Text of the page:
Grenfell Tower conman admits lying to claim charity cash

Emma Woollacott
Tower block fire in London
Tower block fire in London

A serial conman with dozens of previous convictions has admitted claiming that his wife and son died in the Grenfell Tower fire to scam a compensation fund out of thousands.

Anh Nhu Nguyen, 52, was given around £12,500 in money and goods from charities and the local council after claiming that he'd become separated from his family while escaping the blaze. This included a hotel room, clothing, food and electrical items.

See also: Scam alert over fake Grenfell Tower fundraisers

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He gave several television interviews in the days following the fire, claiming he'd lost everything he owned in the fire, and was even pictured with Prince Charles.

In fact, however, Nguyen had neither a wife or children and had never lived in the tower or anywhere near it.

He was caught out after giving several different flat numbers - some of which didn't exist.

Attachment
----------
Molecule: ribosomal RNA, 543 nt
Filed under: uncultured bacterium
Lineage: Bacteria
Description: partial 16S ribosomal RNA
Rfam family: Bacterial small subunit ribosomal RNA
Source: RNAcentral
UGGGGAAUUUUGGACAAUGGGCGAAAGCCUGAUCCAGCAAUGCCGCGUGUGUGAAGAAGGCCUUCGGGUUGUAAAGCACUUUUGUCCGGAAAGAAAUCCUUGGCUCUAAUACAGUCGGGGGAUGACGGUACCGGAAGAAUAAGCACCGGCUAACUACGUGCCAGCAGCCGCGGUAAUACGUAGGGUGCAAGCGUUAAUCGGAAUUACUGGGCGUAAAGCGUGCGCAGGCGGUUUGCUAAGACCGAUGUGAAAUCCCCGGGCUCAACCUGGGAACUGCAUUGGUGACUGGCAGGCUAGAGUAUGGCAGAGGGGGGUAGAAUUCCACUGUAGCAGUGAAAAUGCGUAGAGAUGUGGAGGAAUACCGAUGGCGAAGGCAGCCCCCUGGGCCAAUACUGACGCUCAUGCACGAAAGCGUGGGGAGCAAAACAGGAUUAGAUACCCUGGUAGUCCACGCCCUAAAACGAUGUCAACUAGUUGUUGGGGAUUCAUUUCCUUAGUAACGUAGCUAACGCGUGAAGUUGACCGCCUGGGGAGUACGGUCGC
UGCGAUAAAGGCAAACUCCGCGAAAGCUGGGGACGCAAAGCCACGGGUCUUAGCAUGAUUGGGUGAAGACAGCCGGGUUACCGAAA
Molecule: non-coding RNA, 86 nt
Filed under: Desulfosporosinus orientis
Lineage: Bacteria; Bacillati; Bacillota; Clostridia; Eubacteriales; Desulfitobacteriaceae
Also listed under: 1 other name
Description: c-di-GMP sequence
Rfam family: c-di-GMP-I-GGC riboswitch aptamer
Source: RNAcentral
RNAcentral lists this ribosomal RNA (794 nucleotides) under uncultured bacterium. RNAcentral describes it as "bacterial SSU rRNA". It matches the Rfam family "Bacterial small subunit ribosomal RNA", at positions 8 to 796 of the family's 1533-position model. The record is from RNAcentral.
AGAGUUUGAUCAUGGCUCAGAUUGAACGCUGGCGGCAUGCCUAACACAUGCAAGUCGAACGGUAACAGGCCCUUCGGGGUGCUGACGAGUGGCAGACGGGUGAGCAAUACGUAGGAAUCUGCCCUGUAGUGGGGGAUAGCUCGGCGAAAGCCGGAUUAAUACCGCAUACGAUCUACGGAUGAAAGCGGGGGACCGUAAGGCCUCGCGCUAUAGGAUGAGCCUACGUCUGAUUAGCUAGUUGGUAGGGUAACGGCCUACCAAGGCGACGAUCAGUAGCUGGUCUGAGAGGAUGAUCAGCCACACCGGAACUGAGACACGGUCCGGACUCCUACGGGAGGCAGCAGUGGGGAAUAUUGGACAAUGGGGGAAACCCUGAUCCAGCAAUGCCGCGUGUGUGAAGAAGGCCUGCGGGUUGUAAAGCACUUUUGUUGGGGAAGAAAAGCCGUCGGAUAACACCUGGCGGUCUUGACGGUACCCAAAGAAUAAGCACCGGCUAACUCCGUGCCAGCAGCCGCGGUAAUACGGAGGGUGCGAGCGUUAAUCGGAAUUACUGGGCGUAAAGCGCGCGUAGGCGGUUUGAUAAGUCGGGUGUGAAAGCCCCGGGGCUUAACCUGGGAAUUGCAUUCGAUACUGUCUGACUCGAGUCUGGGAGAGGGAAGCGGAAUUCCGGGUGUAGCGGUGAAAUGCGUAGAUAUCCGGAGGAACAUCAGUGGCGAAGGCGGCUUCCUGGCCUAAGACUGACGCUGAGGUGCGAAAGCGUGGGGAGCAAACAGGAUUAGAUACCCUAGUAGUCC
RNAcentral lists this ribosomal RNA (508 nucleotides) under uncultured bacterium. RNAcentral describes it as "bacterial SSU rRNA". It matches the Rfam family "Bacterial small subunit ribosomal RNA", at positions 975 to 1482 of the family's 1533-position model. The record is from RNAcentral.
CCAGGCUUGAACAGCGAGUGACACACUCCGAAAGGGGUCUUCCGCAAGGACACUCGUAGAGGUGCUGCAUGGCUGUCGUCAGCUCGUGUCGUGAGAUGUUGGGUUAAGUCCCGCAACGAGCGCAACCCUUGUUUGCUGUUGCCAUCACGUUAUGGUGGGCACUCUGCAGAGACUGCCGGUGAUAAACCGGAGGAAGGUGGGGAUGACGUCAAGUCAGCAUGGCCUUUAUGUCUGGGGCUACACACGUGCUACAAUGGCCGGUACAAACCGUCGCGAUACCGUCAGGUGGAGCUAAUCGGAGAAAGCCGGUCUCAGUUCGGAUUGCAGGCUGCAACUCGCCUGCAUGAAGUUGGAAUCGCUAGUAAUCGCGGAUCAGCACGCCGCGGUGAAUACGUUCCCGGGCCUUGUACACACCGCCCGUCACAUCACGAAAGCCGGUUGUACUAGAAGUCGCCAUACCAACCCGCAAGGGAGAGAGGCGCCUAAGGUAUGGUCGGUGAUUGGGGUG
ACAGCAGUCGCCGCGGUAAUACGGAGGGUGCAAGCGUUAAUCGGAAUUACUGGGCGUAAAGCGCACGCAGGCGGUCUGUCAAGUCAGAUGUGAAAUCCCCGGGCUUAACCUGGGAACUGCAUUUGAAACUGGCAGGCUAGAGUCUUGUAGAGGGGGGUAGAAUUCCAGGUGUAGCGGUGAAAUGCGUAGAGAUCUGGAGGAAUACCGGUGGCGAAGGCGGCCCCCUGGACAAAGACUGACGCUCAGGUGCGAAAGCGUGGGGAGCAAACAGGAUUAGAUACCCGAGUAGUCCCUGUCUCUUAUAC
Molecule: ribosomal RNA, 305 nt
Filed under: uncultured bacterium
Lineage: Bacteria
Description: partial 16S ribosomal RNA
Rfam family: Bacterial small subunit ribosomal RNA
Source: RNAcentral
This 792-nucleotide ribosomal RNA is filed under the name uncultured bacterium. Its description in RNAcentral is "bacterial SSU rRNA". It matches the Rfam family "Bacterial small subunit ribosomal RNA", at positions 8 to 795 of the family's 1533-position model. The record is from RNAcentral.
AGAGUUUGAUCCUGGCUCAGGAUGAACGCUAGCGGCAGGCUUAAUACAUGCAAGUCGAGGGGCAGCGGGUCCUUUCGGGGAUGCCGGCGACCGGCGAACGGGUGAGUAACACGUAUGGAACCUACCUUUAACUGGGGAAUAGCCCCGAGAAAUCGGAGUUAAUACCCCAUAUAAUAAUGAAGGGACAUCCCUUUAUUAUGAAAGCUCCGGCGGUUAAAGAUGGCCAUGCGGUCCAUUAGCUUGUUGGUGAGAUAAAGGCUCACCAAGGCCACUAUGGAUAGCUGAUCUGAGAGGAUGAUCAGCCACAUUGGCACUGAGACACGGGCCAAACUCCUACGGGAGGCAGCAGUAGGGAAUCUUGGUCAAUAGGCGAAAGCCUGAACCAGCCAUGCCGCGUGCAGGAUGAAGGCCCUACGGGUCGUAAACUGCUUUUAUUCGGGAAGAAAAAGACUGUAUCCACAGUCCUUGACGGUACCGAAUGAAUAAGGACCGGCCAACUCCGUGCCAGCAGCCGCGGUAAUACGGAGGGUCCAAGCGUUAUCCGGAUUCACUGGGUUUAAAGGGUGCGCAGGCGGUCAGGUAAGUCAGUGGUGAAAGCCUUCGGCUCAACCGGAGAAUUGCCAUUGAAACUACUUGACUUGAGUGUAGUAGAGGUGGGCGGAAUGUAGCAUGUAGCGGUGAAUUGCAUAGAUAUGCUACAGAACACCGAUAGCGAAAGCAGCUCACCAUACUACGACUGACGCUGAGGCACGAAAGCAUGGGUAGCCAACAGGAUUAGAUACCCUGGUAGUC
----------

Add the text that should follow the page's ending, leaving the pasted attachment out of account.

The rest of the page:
Tower block fire in London
Tower block fire in London



"At one point he claimed to have lived in a flat where the sole occupant had died. He also gave TV interviews in which he described the harrowing experience of escaping from the flat he had lived in for 20 years and losing his wife and son," Kate Mulholland, from the Crown Prosecution Service, told Southwark Crown Court.

"CCTV showed that the day after the fire he was at a housing charity nine miles away in Whitechapel appearing happy and light hearted, and his mobile phone was located at his home in Beckenham."

Born in Vietnam, Nguyen has British citizenship and has lived in the UK since the 1980s. He has 28 previous convictions for 56 offences, including theft, arson and grievous bodily harm.

Nguyen yesterday admitted two counts of fraud by false representation and one count of making an untrue statement for the purpose of obtaining a passport. He will be sentenced on 15 December.

"This defendant succeeded in achieving money out of the misery and tragedy of people who, unlike this defendant if he pleads guilty, genuinely suffered by this terrible fire," commented Judge Philip Bartle.

Elizabeth Campbell, leader of Kensington and Chelsea Council, has warned that any other fraudsters will receive the same treatment.

"I want to make it clear - if you are fraudulently claiming money that is for the survivors of the Grenfell Tower fire, authorities will be tracking you, you will be found, and you will be prosecuted," she said.